The IDs include government-issued photo identification, such as a driver’s license or passport. Identification documents must be current (not expired).

A renter must provide two types of identifications with at least one containing a photograph of the addressee.

Acceptable documents for the first ID:

  • U.S. State/Territory/Tribal Driver’s or Nondriver’s ID Card
  • Uniformed Service ID
  • U.S. Access Card
  • U.S. University ID Card
  • Passport
  • Matricula Consular
  • NEXUS Card
  • Certificate of Naturalization
  • U.S. Permanent Resident Card

Acceptable documents for the second ID:

  • U.S. State/Territory/Tribal Driver’s or Nondriver’s ID Card
  • Current Lease
  • Mortgage or Deed of Trust
  • Home or Vehicle Insurance Policy
  • Vehicle Registration Card
  • Voter Card

🚨 Social Security cards, credit cards, and birth certificates are not acceptable forms of identification.

To give an operator authorization to accept mail on a customer’s behalf, a customer must fill out and submit a CMRA form 1583 along with two types of identification.

The USPS 1583 Form grants a CMRA the authority to receive mail on the customer’s behalf. It also ensures that a responsible party is linked to the mailbox.

Here is the step-by-step cheat sheet on how to complete the updated USPS Form 1583. The numbers correspond to the boxes in the form.

Any changes to the information on a PS Form 1583 will require submitting a new PS Form 1583.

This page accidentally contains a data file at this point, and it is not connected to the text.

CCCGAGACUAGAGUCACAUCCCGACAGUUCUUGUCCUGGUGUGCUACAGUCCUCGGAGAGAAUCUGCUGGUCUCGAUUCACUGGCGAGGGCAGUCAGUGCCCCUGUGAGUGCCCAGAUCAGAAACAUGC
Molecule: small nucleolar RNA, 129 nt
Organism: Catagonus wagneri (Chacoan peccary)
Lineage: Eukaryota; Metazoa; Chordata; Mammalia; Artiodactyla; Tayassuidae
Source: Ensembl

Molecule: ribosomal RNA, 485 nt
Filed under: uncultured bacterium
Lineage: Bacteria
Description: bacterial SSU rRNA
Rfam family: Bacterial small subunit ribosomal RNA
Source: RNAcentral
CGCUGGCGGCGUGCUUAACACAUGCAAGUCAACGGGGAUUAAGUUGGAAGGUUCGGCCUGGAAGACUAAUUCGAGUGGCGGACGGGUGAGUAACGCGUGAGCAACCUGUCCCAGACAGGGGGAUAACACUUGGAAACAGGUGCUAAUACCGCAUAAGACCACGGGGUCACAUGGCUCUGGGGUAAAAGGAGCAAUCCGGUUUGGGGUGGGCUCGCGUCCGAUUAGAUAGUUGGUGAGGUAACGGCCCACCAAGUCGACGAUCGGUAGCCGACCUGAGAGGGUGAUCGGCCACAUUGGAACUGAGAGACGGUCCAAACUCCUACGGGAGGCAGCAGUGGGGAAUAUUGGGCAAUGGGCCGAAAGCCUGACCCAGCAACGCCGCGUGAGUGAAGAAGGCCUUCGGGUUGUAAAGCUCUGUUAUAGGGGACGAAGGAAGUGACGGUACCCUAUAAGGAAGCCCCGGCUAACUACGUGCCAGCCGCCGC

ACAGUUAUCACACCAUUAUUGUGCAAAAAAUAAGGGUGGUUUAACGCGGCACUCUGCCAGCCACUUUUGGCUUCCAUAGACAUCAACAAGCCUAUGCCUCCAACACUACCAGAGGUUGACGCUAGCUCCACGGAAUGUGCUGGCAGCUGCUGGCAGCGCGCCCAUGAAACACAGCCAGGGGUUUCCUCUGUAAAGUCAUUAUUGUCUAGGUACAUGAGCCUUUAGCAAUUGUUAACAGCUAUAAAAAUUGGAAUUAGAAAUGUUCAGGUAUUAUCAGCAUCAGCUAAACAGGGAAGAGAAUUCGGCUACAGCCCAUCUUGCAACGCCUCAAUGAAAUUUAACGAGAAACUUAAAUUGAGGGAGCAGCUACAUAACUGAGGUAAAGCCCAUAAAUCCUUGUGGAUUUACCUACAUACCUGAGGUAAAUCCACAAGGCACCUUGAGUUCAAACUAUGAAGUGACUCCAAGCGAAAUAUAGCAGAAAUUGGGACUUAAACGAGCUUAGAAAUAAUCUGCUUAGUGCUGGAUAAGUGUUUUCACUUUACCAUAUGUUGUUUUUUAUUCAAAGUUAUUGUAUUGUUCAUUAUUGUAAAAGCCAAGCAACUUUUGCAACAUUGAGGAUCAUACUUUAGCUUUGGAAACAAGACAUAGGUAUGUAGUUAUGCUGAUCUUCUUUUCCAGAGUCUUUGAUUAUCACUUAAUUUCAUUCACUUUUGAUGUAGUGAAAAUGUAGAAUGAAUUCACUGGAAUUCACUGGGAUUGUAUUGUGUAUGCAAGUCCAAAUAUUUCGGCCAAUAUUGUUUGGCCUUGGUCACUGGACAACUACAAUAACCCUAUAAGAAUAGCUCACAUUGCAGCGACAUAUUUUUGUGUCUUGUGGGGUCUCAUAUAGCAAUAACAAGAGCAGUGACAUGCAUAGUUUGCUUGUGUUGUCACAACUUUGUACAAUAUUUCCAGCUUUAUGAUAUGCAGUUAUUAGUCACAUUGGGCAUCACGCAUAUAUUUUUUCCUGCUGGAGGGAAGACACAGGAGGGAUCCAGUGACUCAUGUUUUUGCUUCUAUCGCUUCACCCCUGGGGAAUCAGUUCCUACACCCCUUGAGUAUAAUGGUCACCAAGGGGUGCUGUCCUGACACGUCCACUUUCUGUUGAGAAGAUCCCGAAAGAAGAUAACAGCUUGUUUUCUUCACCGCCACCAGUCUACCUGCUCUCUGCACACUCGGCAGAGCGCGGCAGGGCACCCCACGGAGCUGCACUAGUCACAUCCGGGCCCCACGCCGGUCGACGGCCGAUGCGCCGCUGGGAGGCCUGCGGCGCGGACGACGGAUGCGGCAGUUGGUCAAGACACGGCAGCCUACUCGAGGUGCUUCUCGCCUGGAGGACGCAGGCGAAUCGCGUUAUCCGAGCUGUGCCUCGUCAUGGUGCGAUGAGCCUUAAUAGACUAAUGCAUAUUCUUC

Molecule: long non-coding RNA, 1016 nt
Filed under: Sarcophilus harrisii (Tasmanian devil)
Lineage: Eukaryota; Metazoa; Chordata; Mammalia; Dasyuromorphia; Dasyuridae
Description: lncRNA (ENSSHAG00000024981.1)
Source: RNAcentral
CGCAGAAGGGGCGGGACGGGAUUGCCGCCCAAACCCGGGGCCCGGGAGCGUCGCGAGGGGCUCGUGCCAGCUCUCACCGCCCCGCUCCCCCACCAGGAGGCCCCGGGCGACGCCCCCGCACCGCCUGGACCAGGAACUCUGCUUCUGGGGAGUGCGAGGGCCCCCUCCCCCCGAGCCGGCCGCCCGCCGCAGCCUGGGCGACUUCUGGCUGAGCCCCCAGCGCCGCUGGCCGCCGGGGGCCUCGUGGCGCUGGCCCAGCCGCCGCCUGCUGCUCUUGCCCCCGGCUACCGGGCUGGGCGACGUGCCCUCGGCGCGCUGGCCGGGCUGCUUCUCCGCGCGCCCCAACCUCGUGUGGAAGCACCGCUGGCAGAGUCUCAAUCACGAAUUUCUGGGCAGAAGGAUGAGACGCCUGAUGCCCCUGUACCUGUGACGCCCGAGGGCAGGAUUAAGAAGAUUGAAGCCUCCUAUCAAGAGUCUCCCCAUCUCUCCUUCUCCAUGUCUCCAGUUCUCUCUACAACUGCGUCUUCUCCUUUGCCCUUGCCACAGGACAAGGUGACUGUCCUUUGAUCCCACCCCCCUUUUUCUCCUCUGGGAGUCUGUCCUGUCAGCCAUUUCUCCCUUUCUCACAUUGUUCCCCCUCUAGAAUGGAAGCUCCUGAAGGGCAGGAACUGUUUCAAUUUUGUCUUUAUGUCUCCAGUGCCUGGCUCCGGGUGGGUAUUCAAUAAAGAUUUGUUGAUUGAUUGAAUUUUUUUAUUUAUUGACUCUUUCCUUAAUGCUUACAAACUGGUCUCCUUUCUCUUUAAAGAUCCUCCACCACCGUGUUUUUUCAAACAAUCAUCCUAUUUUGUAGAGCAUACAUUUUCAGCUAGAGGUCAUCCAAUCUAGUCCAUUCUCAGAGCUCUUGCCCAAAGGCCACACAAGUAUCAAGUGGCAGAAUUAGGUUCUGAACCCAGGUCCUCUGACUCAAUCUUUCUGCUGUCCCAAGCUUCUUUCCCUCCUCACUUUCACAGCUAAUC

Like a P.O. Box number, a private mailbox also includes a personal number for a mail operator to identify a mailbox.

A virtual business address should always include a private mailbox number, or PMB, that is unique to a renter.

A mail operator can identify and accept mail as long as it includes either the company name or authorized recipients verified in the account, plus the PMB number.

To ensure the customer’s mail is not returned to sender, a customer must add their PMB. A mail operator may return mail without a proper address to the sender endorsed “Undeliverable as Addresses, Missing PMB or #Sign.” 

To ensure smooth and accurate mail delivery, mailpieces must include a delivery address that contains:

Line 1: Intended addressee’s name or other identification. 

Line 2: PMB and number or the alternative # sign and number. 

Line 3: Street number and name, post office box number, or rural route designation and number. 

Line 4: City, State, and ZIP Code (5-digit or ZIP+4).